Reviews of movies from my giant DVD tower, and more.
Released on November 21, 1931
Directed by James Whale
Written by Garrett Fort and Francis Edward Faragoh, from a play by Peggy Webling
Cast: Colin Clive, Mae Clarke, Boris Karloff, Dwight Frye, John Boles, Edward Van Sloan, Frederick Kerr, Lionel Belmore, Michael Mark, Marilyn Harris, Arletta Duncan, William Dyer, Mae Bruce
Herr Frankenstein was interested in human life: first to destroy it, then to create it. There you have his mad dream. And there you have the Universal horror thriller Frankenstein in a nutshell. So much has been said, written, imitated, and spoofed about this early cinematic look at the re-animation of human beings, it came as almost a shock to actually watch the original and realize what a wonderfully chilling and atmospheric bit of work it was.
It also made me wonder how unsuspecting audiences in 1931 might have reacted to the film, and to director James Whale’s opening salvo, which was quite a stunner: a man and his hunchbacked assistant first rob a fresh grave of its casket, then find a hanged man whom they immediately cut down…but are disappointed to discover that his neck is broken, and his brain is worthless to them!
In a way, this could be considered one of the first zombie movies, as the body of a deceased human (basically a corpse pieced together with spare parts) was brought back to life, only to wreak havoc on the terrified populace. The film was a mix of horror and science, with a theme of ‘man as God’ running rampant throughout, and which Whale enhanced with a sense of cold foreboding, disturbing images, and noir-like shadows and darkness.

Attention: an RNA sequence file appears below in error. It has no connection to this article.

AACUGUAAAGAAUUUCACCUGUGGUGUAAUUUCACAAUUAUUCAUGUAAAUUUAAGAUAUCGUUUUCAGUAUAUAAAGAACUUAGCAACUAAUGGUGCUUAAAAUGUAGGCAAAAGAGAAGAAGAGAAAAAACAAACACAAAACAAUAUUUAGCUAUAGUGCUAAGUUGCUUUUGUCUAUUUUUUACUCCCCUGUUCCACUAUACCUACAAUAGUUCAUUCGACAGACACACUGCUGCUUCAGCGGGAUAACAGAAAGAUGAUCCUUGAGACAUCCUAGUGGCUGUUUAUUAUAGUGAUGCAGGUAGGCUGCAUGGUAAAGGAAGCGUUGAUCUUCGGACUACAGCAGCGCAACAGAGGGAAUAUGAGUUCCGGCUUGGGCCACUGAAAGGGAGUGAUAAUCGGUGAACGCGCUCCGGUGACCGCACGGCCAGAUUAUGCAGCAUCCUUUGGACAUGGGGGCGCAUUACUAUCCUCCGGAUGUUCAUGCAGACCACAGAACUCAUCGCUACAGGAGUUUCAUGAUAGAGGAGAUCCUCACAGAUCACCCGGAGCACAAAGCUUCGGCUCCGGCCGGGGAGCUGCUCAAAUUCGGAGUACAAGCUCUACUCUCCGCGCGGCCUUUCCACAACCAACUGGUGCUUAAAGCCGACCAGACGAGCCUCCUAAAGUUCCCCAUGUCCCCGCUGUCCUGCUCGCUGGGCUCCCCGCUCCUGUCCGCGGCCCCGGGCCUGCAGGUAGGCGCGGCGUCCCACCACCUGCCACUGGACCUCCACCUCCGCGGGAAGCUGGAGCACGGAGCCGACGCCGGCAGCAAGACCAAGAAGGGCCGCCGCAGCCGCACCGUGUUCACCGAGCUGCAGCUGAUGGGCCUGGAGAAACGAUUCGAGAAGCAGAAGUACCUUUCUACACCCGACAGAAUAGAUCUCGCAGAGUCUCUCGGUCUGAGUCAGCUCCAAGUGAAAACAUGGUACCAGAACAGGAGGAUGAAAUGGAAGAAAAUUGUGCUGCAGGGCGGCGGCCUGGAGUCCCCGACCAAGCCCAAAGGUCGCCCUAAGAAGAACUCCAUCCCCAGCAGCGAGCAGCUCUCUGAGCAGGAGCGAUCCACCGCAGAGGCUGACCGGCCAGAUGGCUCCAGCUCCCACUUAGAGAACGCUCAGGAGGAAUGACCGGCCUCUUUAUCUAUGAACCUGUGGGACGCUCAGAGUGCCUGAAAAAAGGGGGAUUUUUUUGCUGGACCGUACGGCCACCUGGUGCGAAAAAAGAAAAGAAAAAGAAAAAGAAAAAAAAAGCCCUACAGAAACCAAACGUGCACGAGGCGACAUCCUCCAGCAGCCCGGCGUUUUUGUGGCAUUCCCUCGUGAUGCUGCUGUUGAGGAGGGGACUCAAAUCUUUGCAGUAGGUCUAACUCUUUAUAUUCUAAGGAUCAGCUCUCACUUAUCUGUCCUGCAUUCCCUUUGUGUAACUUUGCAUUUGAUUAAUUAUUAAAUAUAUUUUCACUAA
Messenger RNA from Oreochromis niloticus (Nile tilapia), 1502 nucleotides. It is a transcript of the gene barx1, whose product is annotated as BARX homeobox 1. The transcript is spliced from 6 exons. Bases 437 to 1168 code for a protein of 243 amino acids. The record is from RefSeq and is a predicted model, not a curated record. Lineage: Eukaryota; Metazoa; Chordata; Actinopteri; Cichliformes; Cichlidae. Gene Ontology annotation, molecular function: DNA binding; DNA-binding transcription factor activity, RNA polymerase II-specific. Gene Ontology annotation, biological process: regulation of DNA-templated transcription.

Colin Clive played the scientist Frankenstein, Dwight Frye was his assistant, and Boris Karloff was the monster creation, and all three excelled in their roles. Of the many memorable and iconic scenes—including Clive’s energetic “It’s alive!” moment in the laboratory, the unsettling first appearance of the newly-awakened monster standing in a doorway, and the little girl with the flowers at the lake—I’d say the concluding sequence at the burning windmill was my favorite.
There, atop the creaky old mill, the monster had reached the apex of his existence: he was lost and confused, hunted down as if he were an animal, and was soon set-upon by the revenge-crazed villagers…a fiery nightmare scenario that, in the end, actually had you feeling sorry for the misunderstood lug. A true horror classic, with quite a few decent jolts, that still holds up remarkably well today. (8/10)